WASHINGTON, Oct. 20, 2010 (USDA) – USDA Under Secretary for Rural Development Dallas Tonsager today issued a report on how the agency’s distribution of loan and grant funds provided to the agency through the American Recovery and Reinvestment Act of 2009 (Recovery Act) has helped the nation’s rural residents. The report estimates that millions of business owners and agricultural producers; Internet users, and thousands of homeowners will benefit and more than 300,000 jobs are being created or saved. The job estimates contained in the report are derived from recipient reported data or program-based economic models.
"With Rural Development’s loans, grants, and loan-grant combination financing for new and existing programs, we have leveraged our Recovery Act funds to ensure the greatest bang for the taxpayer’s buck, allowing our agency to make unprecedented and lasting investments in rural America," said Tonsager. "I am proud of what we have accomplished over the last two years towards building livable, innovative, and sustainable rural communities."
Of the $40.7 billion in Recovery Act funding obligated by the U.S. Department of Agriculture, Rural Development obligated more than half for projects ($21.2 billion in program-level funding) through seven programs. In all, 95,000 loans and 2,500 grants were provided to recipients in all 50 states, American territories, the District of Columbia and the Commonwealth of Puerto Rico. This record level of federal investment leveraged additional private investment in communities across the country, demonstrating the positive impact that public-private partnerships can have on rural communities and economies.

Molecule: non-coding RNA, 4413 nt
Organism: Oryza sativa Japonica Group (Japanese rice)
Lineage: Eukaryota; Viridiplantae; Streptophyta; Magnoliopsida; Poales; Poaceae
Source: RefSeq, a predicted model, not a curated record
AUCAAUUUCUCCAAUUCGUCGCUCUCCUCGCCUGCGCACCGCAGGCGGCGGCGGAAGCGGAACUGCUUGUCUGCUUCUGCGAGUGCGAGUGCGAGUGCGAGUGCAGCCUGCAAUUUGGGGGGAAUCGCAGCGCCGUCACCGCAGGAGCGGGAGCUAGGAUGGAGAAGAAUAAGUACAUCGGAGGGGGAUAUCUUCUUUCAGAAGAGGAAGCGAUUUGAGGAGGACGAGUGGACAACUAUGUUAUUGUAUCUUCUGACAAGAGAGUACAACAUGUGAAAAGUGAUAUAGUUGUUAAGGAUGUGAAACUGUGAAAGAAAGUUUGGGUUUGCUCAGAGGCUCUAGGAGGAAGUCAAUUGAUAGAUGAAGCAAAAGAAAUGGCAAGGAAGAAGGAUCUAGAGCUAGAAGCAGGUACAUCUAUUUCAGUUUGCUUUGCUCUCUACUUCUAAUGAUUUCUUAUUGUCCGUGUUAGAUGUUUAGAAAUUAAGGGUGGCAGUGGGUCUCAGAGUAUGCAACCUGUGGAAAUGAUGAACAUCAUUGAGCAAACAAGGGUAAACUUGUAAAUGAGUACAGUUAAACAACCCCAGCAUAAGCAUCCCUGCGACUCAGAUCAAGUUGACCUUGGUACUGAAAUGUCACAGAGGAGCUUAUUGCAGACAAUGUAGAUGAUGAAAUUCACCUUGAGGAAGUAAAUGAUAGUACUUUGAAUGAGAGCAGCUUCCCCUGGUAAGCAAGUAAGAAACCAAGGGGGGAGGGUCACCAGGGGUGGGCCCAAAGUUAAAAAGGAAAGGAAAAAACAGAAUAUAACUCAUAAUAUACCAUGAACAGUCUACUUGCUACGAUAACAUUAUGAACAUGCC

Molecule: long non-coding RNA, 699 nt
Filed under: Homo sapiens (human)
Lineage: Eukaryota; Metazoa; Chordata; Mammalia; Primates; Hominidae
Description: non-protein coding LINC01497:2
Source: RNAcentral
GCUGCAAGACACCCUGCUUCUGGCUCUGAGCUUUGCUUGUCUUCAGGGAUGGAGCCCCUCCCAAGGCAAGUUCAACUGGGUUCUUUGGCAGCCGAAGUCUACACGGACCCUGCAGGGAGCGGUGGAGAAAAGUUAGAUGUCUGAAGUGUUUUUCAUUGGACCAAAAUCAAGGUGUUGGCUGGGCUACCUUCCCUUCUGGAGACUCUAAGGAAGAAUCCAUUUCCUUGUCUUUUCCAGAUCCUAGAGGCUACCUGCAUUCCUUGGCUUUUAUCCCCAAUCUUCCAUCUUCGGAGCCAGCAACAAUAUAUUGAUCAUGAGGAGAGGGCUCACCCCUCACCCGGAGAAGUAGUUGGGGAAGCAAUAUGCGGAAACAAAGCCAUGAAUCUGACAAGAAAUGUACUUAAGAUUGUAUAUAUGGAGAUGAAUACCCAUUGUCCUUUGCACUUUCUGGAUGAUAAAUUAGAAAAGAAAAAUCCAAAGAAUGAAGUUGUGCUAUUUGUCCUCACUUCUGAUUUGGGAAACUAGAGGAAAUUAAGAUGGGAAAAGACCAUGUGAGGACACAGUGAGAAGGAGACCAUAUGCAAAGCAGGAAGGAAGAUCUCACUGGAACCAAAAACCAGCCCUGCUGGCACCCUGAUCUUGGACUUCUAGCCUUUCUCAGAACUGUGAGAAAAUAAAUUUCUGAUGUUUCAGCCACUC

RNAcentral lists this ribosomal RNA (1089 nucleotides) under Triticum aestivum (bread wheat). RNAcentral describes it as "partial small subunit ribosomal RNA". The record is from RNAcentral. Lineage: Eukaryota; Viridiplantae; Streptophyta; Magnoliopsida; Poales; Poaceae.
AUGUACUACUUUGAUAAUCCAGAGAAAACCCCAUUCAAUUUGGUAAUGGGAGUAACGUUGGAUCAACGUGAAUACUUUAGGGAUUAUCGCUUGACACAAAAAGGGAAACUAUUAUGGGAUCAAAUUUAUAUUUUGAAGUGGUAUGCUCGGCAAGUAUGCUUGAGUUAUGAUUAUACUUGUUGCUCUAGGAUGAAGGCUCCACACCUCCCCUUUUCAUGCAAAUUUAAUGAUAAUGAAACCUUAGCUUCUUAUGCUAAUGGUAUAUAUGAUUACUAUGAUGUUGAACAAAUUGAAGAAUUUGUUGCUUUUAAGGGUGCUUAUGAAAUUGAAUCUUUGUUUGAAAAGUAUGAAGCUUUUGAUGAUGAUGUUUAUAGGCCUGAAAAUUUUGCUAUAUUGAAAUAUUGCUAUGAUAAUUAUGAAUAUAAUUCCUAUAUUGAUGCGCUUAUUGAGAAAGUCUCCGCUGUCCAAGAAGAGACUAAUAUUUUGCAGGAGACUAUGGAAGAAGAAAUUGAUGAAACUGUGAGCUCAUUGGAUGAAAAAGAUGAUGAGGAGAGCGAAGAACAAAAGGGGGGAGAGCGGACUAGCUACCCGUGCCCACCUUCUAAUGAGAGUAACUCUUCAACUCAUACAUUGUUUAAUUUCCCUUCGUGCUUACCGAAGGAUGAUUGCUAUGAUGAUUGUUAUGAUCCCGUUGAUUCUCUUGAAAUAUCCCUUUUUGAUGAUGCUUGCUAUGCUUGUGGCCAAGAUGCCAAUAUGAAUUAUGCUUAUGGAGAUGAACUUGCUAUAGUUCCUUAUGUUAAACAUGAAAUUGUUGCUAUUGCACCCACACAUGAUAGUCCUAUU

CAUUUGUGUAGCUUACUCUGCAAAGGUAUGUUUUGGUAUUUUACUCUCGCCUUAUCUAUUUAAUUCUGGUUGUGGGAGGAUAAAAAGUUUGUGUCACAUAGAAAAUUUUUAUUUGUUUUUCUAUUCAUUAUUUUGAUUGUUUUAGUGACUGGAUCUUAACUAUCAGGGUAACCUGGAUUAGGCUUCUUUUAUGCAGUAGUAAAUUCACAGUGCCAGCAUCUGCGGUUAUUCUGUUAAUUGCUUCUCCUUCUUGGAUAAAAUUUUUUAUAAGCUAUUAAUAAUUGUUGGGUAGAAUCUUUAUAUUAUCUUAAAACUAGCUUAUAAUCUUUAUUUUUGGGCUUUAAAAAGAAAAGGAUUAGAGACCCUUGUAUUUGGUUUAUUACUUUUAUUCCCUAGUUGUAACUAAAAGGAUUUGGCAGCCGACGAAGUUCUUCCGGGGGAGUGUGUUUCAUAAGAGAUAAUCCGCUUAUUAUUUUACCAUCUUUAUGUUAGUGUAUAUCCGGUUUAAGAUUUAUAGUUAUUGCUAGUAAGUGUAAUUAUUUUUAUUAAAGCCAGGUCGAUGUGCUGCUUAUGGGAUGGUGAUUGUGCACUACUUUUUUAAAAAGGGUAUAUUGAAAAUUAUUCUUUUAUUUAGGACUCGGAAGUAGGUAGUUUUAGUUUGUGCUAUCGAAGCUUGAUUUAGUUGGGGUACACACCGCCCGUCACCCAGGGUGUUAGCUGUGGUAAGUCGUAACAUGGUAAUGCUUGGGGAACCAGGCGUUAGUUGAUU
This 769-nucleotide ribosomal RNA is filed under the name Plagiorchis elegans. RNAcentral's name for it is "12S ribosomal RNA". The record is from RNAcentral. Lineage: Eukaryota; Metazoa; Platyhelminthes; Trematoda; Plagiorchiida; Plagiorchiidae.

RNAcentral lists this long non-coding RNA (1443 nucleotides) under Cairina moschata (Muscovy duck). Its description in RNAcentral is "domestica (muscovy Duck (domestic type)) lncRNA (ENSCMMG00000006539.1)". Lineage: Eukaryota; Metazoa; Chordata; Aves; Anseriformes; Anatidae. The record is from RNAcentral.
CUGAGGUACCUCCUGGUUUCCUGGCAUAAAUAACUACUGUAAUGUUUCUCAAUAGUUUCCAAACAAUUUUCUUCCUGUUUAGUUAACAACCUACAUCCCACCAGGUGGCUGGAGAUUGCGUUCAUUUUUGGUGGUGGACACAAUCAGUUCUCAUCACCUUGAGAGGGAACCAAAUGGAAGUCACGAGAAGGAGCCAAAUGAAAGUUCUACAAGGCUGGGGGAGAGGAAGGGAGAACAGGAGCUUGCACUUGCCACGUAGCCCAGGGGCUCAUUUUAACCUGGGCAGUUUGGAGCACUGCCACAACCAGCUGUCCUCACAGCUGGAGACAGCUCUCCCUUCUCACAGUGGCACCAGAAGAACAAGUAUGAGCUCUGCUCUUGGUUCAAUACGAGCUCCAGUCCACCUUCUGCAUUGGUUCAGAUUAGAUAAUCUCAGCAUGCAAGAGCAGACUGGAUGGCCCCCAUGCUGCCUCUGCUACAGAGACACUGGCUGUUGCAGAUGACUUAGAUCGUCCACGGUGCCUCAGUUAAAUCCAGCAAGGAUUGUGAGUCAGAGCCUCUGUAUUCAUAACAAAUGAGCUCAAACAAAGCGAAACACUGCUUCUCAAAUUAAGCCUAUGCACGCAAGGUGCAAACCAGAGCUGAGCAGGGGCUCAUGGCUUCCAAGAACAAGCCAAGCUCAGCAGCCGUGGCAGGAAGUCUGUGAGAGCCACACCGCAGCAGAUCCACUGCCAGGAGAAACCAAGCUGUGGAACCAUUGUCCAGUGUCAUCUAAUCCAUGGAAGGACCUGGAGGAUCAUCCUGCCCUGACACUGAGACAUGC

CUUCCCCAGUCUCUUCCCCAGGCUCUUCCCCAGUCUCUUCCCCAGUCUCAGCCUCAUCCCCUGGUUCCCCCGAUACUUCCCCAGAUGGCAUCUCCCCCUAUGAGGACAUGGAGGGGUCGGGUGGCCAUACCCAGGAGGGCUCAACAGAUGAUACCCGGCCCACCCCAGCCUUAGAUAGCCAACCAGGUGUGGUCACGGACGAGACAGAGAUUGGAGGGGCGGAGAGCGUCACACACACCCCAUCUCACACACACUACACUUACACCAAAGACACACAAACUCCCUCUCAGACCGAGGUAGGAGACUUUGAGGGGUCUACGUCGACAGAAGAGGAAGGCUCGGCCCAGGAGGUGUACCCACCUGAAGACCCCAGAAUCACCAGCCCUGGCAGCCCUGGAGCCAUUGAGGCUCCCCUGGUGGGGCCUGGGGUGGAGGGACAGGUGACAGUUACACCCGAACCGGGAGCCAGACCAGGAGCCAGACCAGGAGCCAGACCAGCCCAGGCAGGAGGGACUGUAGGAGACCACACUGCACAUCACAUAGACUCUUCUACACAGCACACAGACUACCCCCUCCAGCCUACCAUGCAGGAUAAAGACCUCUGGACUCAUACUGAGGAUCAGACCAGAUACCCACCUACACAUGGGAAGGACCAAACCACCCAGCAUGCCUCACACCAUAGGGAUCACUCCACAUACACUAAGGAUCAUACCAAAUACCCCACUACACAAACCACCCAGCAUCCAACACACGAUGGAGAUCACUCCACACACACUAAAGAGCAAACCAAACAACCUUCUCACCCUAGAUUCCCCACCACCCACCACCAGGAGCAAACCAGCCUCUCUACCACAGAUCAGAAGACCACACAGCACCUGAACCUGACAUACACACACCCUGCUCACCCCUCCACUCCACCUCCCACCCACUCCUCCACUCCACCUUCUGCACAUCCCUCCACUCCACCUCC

Throughout the report are various examples of how Recovery Act funding is making a difference in rural communities.
For example, USDA’s Rural Utilities Service (RUS), a Rural Development mission area, received $2.5 billion in funding to deploy high-speed broadband networks to the hardest-to-reach rural areas of the country. Working with partners at the Department of Commerce’s National Telecommunications and Information Administration (NTIA), RUS invested $3.5 billion in funding for 297 broadband infrastructure projects, four satellite awards, and 19 technical assistance grants to extend the benefits of broadband to rural communities, Native American and Alaska Native lands in 45 states and 1 territory. An estimated 7 million people, many of them located in extremely remote areas, will have access to improved broadband services.
In Reedsburg, Wis., (located in Sauk County), the Reedsburg Utilities Commission used $5,239,168 in Recovery Act funds to bring broadband service to an area of southwestern Wisconsin that is deficient in broadband services due to hilly terrain. In addition to the USDA funds, more than $2.3 million in private investment was provided. It is estimated that 310 businesses and more than 2,400 homes will be able to access the utility’s services, and an estimated 42 new jobs will be generated.
USDA has also funded 854 water and wastewater projects to improve public health and environmental quality; 563 public safety facilities; 312 cultural and educational facilities, including 196 libraries; and 180 healthcare facilities.